At the age of fourteen, upon completion of his studies in Meissen, Karl did not enter the workforce; instead he followed his father’s advice by attending the famous Kreuzschule, a prestigious preparatory school (Gymnasium) in Dresden, some fifteen miles up the river from Meissen. Douglas F. Tobler suggests that Karl stayed with relatives in Dresden who lived near the school. A person with Karl’s social status would not have normally been allowed to attend a Gymnasium, but the Kreuzschule had recently broadened its admissions policy. The academically prepared and financially advantaged sons of pastors, nobles, and aristocrats had always been admitted, but now the less-financially-advantaged sons of school principals, businessmen, and influential craftsmen were also allowed to attend. These newcomers were given the chance to climb to a higher social status if they could prove themselves through their aptitude and diligence at the Gymnasium. Graduation from the Kreuzschule, then, could have been a gateway to a life of university training and a prestigious career. However, the forces brewing in the Kreuzschule were beginning to raise serious questions about the practical value of traditional university preparation.
The Kreuzschule in Dresden had developed an outstanding reputation that dated back to the 1300s. For example, the great musical composer Richard Wagner had attended only a few years before Karl enrolled. For centuries, the school had been directly tied to the Church of the Cross (Kreuzkirche) and its choir. Its methods and curriculum had been developed over centuries and were accepted as the standard way to prepare university students. At the same time, however, the Kreuzschule’s great reputation was based upon a philosophy and practice antithetical to the Pestalozzian approach that had impressed Mann so much and that Karl would eventually adopt. The Kreuzschule was elitist, abstract and disconnected from practical experience. In fact, during the time Karl attended this Gymnasium, a new vision of college preparation was brewing in the country, and the Kreuzschule became the stimulus for the vision. The tension that developed at the Kreuzschule because of this conflict left an indelible influence on Karl’s life and on his beliefs about education.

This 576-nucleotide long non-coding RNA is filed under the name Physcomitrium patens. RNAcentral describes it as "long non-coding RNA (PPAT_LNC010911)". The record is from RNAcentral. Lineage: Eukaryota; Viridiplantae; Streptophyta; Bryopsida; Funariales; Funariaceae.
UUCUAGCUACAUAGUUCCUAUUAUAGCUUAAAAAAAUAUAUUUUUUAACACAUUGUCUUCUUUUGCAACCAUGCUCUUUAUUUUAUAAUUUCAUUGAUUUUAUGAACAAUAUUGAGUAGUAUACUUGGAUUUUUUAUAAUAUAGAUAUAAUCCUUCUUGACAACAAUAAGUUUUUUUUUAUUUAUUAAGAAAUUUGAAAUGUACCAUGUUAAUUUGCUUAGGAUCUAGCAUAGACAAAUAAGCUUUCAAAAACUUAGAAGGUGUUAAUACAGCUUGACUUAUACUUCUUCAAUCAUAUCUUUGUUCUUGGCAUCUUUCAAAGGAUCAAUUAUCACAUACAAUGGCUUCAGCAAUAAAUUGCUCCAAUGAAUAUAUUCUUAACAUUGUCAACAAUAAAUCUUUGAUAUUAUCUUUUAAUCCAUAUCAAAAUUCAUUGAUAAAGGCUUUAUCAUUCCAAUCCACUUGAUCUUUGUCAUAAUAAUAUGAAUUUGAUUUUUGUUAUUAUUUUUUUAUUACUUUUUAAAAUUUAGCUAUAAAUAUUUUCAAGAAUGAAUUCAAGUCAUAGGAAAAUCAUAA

The rector of the school, Christian Ernst August Gröbel (1783–1854), was a theologian and a strong advocate of a traditional, classical education. He had been the director since 1816 and was very set in his ways. During Gröbel’s three decades of leadership, attendance had almost tripled by 1828 (when the school had 430 students), but from that point the enrollment steadily declined. By Easter of 1843, 304 students were attending, divided into six grades. By 1848, the enrollment at the Kreuzschule had declined to 279 students. The Kreuzschule met in an old, dark building near the center of Dresden, with narrow rooms, poor lighting, and a musty courtyard. Like any traditional Gymnasium, Latin and Greek dominated the curriculum. Karl would have had ten hours per week of Latin, six to eight hours of Greek, and the rest of the time between the other subjects. Classes met Monday through Saturday from 7:00 a.m. until 4:00 p.m. with a two-hour midday break. Gröbel saw mathematics as a marginal subject; natural science was almost totally absent from the curriculum; and history and geography were barely mentioned. Even the classics of German literature were given little emphasis. Religion, however, was of course a required part of the curriculum; church attendance was required on Sundays and Thursdays.
Each grade was divided into smaller units, and each week a student monitor, or “prefect,” was selected to help keep order and to report any violations of the rules. The rules of the school were to apply both on and off the campus. Students were not to swim in the Elbe, and they were not to be disruptive in the streets. Because it was a Latin school, earlier students were not even to be caught speaking German in public. The director also forbade the students from attending the theater “because it endangered the moral education of the boys.” At the conclusion of each academic year, the students faced a three-day examination.
Gröbel’s students described the director as a man small in stature, with a high-pitched but melodious voice. His speech was curt and determined, without dialect, and extraordinarily articulate. When necessary, he was sharp and cutting, and he commanded respect. The cardinal virtues he insisted on cultivating in his students were piety, diligence, obedience, and meekness. A colleague described him as “a competent teacher, but without a heart for youth, hard, rough, who one obeyed, but without joy.” The theology he taught was doctrinally sound and rational, but it lacked a spirit of Christian kindness and love.